- Nadir Syed was arrested hours after buying a chef’s knife in November 2014
- The ‘fatwa’ that inspired Nadir Syed urged followers to rise up against westerners and “rig the roads with explosives for them
- Syed had also tried to travel to Syria to fight with ISIS militants in January 2014
LONDON: Nadir Syed, the British Muslim man convicted of plotting an ISIS-inspired knife attack in London in November 2014 was sentenced to life imprisonment by a UK court on June 23.
He was arrested hours after buying a chef’s knife in November 2014, years before Remembrance Sunday – held on the second Sunday of November to commemorate the contribution of British and Commonwealth soldiers in the two World Wars.
The judge said Syed must serve at least 15 years but he may never be released.
During his trial last year, Woolwich Crown Court heard how the 22-year-old from Southall area of west London had been inspired by ISIS leaders urging attacks on Western targets, including police and soldiers.
“I am satisfied that the attack was going to take place at a time close to Armistice Day. I am also satisfied that the victim was to be someone connected to Armistice Day, such as a popper seller,” Justice Saunders said.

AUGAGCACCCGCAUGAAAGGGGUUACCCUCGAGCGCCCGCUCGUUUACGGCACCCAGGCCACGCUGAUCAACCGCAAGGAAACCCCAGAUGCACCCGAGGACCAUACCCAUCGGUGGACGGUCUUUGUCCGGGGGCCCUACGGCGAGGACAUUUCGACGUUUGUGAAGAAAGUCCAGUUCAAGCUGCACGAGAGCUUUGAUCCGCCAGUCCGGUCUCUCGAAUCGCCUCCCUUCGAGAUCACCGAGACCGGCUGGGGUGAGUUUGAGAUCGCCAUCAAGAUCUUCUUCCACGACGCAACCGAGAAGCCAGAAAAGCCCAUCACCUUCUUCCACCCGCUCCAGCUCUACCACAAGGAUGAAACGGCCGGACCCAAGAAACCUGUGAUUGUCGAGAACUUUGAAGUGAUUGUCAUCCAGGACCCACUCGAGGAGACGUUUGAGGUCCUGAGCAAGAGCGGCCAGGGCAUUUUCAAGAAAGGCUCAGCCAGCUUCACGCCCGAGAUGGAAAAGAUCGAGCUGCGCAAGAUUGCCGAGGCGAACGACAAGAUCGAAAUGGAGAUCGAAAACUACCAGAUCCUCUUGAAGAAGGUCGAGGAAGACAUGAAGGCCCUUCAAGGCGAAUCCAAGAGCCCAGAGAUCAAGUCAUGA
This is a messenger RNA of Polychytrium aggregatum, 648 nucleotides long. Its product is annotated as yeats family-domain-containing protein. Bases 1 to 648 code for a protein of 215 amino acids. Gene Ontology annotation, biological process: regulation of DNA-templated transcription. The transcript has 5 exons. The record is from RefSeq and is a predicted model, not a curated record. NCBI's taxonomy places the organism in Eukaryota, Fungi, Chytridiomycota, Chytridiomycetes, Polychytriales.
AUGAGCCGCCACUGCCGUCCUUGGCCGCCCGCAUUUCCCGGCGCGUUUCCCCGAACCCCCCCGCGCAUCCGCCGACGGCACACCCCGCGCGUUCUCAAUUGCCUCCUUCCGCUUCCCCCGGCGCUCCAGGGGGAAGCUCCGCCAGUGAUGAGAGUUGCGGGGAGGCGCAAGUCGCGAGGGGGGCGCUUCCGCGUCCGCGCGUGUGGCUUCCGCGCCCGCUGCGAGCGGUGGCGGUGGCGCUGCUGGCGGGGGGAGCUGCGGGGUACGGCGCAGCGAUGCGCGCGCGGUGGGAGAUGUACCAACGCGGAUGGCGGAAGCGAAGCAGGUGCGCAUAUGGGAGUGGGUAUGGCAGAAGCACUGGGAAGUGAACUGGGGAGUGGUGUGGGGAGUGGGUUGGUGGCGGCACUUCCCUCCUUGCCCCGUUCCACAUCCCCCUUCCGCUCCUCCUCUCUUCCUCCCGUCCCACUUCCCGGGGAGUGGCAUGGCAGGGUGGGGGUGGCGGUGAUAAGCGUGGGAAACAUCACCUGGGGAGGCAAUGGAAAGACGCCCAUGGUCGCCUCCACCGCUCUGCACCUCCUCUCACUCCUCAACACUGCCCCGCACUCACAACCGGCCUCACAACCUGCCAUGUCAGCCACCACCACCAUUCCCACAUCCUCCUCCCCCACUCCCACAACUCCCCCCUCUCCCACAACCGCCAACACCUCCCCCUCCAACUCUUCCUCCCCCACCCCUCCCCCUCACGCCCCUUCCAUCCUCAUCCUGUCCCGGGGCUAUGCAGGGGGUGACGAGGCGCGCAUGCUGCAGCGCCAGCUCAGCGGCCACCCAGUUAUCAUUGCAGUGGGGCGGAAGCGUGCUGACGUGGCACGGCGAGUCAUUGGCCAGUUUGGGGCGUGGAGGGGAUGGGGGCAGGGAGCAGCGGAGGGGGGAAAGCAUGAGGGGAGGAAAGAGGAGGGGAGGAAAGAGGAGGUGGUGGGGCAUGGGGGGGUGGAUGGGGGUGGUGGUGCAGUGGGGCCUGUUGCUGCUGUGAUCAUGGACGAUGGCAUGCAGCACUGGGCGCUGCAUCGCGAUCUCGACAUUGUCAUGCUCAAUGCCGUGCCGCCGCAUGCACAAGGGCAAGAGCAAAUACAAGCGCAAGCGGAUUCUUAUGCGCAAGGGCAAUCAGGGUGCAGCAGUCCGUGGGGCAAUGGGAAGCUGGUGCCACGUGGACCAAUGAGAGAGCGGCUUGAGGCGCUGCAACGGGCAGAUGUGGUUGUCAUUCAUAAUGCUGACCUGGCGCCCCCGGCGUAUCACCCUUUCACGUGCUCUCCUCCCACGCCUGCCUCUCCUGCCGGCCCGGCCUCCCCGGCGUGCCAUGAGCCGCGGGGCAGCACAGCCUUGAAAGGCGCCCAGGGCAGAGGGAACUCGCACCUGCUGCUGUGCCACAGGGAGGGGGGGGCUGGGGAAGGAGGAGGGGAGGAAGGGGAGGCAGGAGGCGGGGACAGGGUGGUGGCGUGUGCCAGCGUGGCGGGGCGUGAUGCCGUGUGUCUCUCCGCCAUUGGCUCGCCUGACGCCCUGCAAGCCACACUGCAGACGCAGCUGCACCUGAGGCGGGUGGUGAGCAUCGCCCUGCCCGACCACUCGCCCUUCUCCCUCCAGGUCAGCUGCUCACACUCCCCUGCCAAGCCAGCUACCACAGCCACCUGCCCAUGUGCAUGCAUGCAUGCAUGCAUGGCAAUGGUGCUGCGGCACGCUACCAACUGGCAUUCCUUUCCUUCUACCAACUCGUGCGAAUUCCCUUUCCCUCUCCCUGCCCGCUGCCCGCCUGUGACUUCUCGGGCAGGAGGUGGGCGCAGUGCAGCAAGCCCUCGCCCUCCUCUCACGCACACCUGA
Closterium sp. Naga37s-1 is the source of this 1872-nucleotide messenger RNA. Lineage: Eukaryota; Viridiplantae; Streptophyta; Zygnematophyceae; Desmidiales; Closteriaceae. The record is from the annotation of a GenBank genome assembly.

“I have no doubt that he is dangerous. In my judgement if he was released from prison he would go and try and carry out what he failed to achieve in this case. He would set out to kill in furtherance of his beliefs,” he ruled during sentencing today.
Follow NewsGram on Twitter: @newsgram1
Prosecutor Max Hill had said Syed was actively searching for knives of “sufficient quality to source an attack”.
The court heard how Syedhad expressed admiration for the killers of soldier Lee Rigby, who had been killed on the street of London in May 2013, and how he shared violent footage of beheading from Syria and Iraq on social media.
The prosecution said the fatwa that inspired Nadir Syed urged followers to rise up against westerners and “rig the roads with explosives for them. Attack their bases. Raid their homes. Cut off their heads.”
“This fatwa, and the worldwide attacks that followed, inspired the defendant to plan his own attack in this country, emulating the attack on Lee Rigby carried out by Michael Adebolajo, who he considered to be a mujahid or Islamic fighter,” Hill said.
Follow NewsGram on Facebook: NewsGram
The jury could not reach verdicts on two other men on trial – Haseeb Hamayoon, 29, and Yousaf Syed, 20 – who had all denied planning acts of terrorism. They were cleared at a retrial.
Syed had also tried to travel to Syria to fight with ISIS militants but had been stopped from leaving the country in January 2014, it emerged in court. (PTI)